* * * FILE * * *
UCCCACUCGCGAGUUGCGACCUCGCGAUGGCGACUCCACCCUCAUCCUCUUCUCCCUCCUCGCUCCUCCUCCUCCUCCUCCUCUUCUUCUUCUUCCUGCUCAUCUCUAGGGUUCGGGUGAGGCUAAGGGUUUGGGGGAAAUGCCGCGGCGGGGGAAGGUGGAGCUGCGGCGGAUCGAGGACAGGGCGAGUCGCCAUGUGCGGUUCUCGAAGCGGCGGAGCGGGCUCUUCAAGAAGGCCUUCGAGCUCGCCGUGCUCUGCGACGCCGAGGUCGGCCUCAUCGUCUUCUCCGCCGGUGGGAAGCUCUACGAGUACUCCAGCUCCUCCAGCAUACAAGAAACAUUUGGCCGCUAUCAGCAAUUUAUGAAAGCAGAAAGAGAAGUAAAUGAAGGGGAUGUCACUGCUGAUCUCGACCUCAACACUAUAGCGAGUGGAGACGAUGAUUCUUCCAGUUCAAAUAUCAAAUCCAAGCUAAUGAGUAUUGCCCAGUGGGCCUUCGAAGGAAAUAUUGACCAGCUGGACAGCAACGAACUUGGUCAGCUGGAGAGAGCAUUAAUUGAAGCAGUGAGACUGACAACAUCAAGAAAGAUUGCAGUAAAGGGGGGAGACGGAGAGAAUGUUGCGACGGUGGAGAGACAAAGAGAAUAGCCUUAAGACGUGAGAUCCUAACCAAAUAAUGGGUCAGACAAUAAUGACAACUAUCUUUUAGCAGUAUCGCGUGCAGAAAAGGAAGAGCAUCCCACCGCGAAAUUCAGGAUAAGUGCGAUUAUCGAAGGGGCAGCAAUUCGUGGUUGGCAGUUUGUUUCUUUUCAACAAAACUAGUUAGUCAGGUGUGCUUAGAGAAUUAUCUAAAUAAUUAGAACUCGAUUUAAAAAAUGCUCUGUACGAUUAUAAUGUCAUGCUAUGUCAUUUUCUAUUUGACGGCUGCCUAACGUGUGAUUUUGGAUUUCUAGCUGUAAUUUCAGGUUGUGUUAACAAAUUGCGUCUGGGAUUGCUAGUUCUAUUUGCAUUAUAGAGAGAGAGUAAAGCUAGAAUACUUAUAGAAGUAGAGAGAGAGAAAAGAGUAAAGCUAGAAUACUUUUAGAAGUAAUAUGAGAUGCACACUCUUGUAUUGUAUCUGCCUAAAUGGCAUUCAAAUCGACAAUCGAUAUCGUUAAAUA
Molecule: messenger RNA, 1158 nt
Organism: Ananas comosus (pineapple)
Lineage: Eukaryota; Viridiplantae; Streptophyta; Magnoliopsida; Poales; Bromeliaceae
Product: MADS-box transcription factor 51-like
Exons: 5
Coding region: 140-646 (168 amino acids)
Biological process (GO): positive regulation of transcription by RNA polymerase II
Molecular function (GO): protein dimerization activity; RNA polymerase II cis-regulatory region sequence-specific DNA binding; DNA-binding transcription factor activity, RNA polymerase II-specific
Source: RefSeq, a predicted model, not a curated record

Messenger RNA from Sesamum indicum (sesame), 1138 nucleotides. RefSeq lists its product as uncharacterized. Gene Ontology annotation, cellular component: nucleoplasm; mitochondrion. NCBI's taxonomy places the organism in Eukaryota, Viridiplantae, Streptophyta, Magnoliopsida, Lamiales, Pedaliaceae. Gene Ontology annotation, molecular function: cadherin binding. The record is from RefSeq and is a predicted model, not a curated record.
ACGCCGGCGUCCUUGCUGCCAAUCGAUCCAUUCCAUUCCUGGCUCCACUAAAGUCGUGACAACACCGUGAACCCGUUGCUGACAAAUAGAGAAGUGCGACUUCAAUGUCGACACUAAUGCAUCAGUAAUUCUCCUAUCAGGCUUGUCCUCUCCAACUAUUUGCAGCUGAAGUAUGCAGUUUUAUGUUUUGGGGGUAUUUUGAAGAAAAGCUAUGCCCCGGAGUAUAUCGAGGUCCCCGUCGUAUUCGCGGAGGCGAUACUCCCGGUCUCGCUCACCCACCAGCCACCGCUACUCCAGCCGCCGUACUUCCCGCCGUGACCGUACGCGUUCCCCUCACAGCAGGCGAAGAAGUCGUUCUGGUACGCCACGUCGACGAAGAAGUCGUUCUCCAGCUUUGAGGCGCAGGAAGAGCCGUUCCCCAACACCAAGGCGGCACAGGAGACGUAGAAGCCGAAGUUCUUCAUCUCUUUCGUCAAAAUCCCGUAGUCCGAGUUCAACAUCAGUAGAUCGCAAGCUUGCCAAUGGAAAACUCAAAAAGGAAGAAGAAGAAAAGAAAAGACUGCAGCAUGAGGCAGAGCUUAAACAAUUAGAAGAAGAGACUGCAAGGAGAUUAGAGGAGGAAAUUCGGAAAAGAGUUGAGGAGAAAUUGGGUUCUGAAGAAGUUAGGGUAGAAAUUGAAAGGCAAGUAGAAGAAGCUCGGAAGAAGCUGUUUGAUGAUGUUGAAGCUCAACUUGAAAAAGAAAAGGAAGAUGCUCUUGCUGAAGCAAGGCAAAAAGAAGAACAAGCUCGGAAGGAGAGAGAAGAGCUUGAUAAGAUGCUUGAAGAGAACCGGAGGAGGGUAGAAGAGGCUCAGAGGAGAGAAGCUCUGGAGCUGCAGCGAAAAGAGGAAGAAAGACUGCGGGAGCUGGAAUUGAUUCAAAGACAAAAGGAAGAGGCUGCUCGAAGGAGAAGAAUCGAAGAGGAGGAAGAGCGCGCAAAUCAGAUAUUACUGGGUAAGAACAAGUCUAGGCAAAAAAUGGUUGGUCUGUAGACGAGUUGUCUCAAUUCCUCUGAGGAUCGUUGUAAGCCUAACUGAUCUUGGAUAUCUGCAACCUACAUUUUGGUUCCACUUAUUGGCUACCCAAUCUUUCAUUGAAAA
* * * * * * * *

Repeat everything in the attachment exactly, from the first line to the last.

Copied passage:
UCCCACUCGCGAGUUGCGACCUCGCGAUGGCGACUCCACCCUCAUCCUCUUCUCCCUCCUCGCUCCUCCUCCUCCUCCUCCUCUUCUUCUUCUUCCUGCUCAUCUCUAGGGUUCGGGUGAGGCUAAGGGUUUGGGGGAAAUGCCGCGGCGGGGGAAGGUGGAGCUGCGGCGGAUCGAGGACAGGGCGAGUCGCCAUGUGCGGUUCUCGAAGCGGCGGAGCGGGCUCUUCAAGAAGGCCUUCGAGCUCGCCGUGCUCUGCGACGCCGAGGUCGGCCUCAUCGUCUUCUCCGCCGGUGGGAAGCUCUACGAGUACUCCAGCUCCUCCAGCAUACAAGAAACAUUUGGCCGCUAUCAGCAAUUUAUGAAAGCAGAAAGAGAAGUAAAUGAAGGGGAUGUCACUGCUGAUCUCGACCUCAACACUAUAGCGAGUGGAGACGAUGAUUCUUCCAGUUCAAAUAUCAAAUCCAAGCUAAUGAGUAUUGCCCAGUGGGCCUUCGAAGGAAAUAUUGACCAGCUGGACAGCAACGAACUUGGUCAGCUGGAGAGAGCAUUAAUUGAAGCAGUGAGACUGACAACAUCAAGAAAGAUUGCAGUAAAGGGGGGAGACGGAGAGAAUGUUGCGACGGUGGAGAGACAAAGAGAAUAGCCUUAAGACGUGAGAUCCUAACCAAAUAAUGGGUCAGACAAUAAUGACAACUAUCUUUUAGCAGUAUCGCGUGCAGAAAAGGAAGAGCAUCCCACCGCGAAAUUCAGGAUAAGUGCGAUUAUCGAAGGGGCAGCAAUUCGUGGUUGGCAGUUUGUUUCUUUUCAACAAAACUAGUUAGUCAGGUGUGCUUAGAGAAUUAUCUAAAUAAUUAGAACUCGAUUUAAAAAAUGCUCUGUACGAUUAUAAUGUCAUGCUAUGUCAUUUUCUAUUUGACGGCUGCCUAACGUGUGAUUUUGGAUUUCUAGCUGUAAUUUCAGGUUGUGUUAACAAAUUGCGUCUGGGAUUGCUAGUUCUAUUUGCAUUAUAGAGAGAGAGUAAAGCUAGAAUACUUAUAGAAGUAGAGAGAGAGAAAAGAGUAAAGCUAGAAUACUUUUAGAAGUAAUAUGAGAUGCACACUCUUGUAUUGUAUCUGCCUAAAUGGCAUUCAAAUCGACAAUCGAUAUCGUUAAAUA
Molecule: messenger RNA, 1158 nt
Organism: Ananas comosus (pineapple)
Lineage: Eukaryota; Viridiplantae; Streptophyta; Magnoliopsida; Poales; Bromeliaceae
Product: MADS-box transcription factor 51-like
Exons: 5
Coding region: 140-646 (168 amino acids)
Biological process (GO): positive regulation of transcription by RNA polymerase II
Molecular function (GO): protein dimerization activity; RNA polymerase II cis-regulatory region sequence-specific DNA binding; DNA-binding transcription factor activity, RNA polymerase II-specific
Source: RefSeq, a predicted model, not a curated record

Messenger RNA from Sesamum indicum (sesame), 1138 nucleotides. RefSeq lists its product as uncharacterized. Gene Ontology annotation, cellular component: nucleoplasm; mitochondrion. NCBI's taxonomy places the organism in Eukaryota, Viridiplantae, Streptophyta, Magnoliopsida, Lamiales, Pedaliaceae. Gene Ontology annotation, molecular function: cadherin binding. The record is from RefSeq and is a predicted model, not a curated record.
ACGCCGGCGUCCUUGCUGCCAAUCGAUCCAUUCCAUUCCUGGCUCCACUAAAGUCGUGACAACACCGUGAACCCGUUGCUGACAAAUAGAGAAGUGCGACUUCAAUGUCGACACUAAUGCAUCAGUAAUUCUCCUAUCAGGCUUGUCCUCUCCAACUAUUUGCAGCUGAAGUAUGCAGUUUUAUGUUUUGGGGGUAUUUUGAAGAAAAGCUAUGCCCCGGAGUAUAUCGAGGUCCCCGUCGUAUUCGCGGAGGCGAUACUCCCGGUCUCGCUCACCCACCAGCCACCGCUACUCCAGCCGCCGUACUUCCCGCCGUGACCGUACGCGUUCCCCUCACAGCAGGCGAAGAAGUCGUUCUGGUACGCCACGUCGACGAAGAAGUCGUUCUCCAGCUUUGAGGCGCAGGAAGAGCCGUUCCCCAACACCAAGGCGGCACAGGAGACGUAGAAGCCGAAGUUCUUCAUCUCUUUCGUCAAAAUCCCGUAGUCCGAGUUCAACAUCAGUAGAUCGCAAGCUUGCCAAUGGAAAACUCAAAAAGGAAGAAGAAGAAAAGAAAAGACUGCAGCAUGAGGCAGAGCUUAAACAAUUAGAAGAAGAGACUGCAAGGAGAUUAGAGGAGGAAAUUCGGAAAAGAGUUGAGGAGAAAUUGGGUUCUGAAGAAGUUAGGGUAGAAAUUGAAAGGCAAGUAGAAGAAGCUCGGAAGAAGCUGUUUGAUGAUGUUGAAGCUCAACUUGAAAAAGAAAAGGAAGAUGCUCUUGCUGAAGCAAGGCAAAAAGAAGAACAAGCUCGGAAGGAGAGAGAAGAGCUUGAUAAGAUGCUUGAAGAGAACCGGAGGAGGGUAGAAGAGGCUCAGAGGAGAGAAGCUCUGGAGCUGCAGCGAAAAGAGGAAGAAAGACUGCGGGAGCUGGAAUUGAUUCAAAGACAAAAGGAAGAGGCUGCUCGAAGGAGAAGAAUCGAAGAGGAGGAAGAGCGCGCAAAUCAGAUAUUACUGGGUAAGAACAAGUCUAGGCAAAAAAUGGUUGGUCUGUAGACGAGUUGUCUCAAUUCCUCUGAGGAUCGUUGUAAGCCUAACUGAUCUUGGAUAUCUGCAACCUACAUUUUGGUUCCACUUAUUGGCUACCCAAUCUUUCAUUGAAAA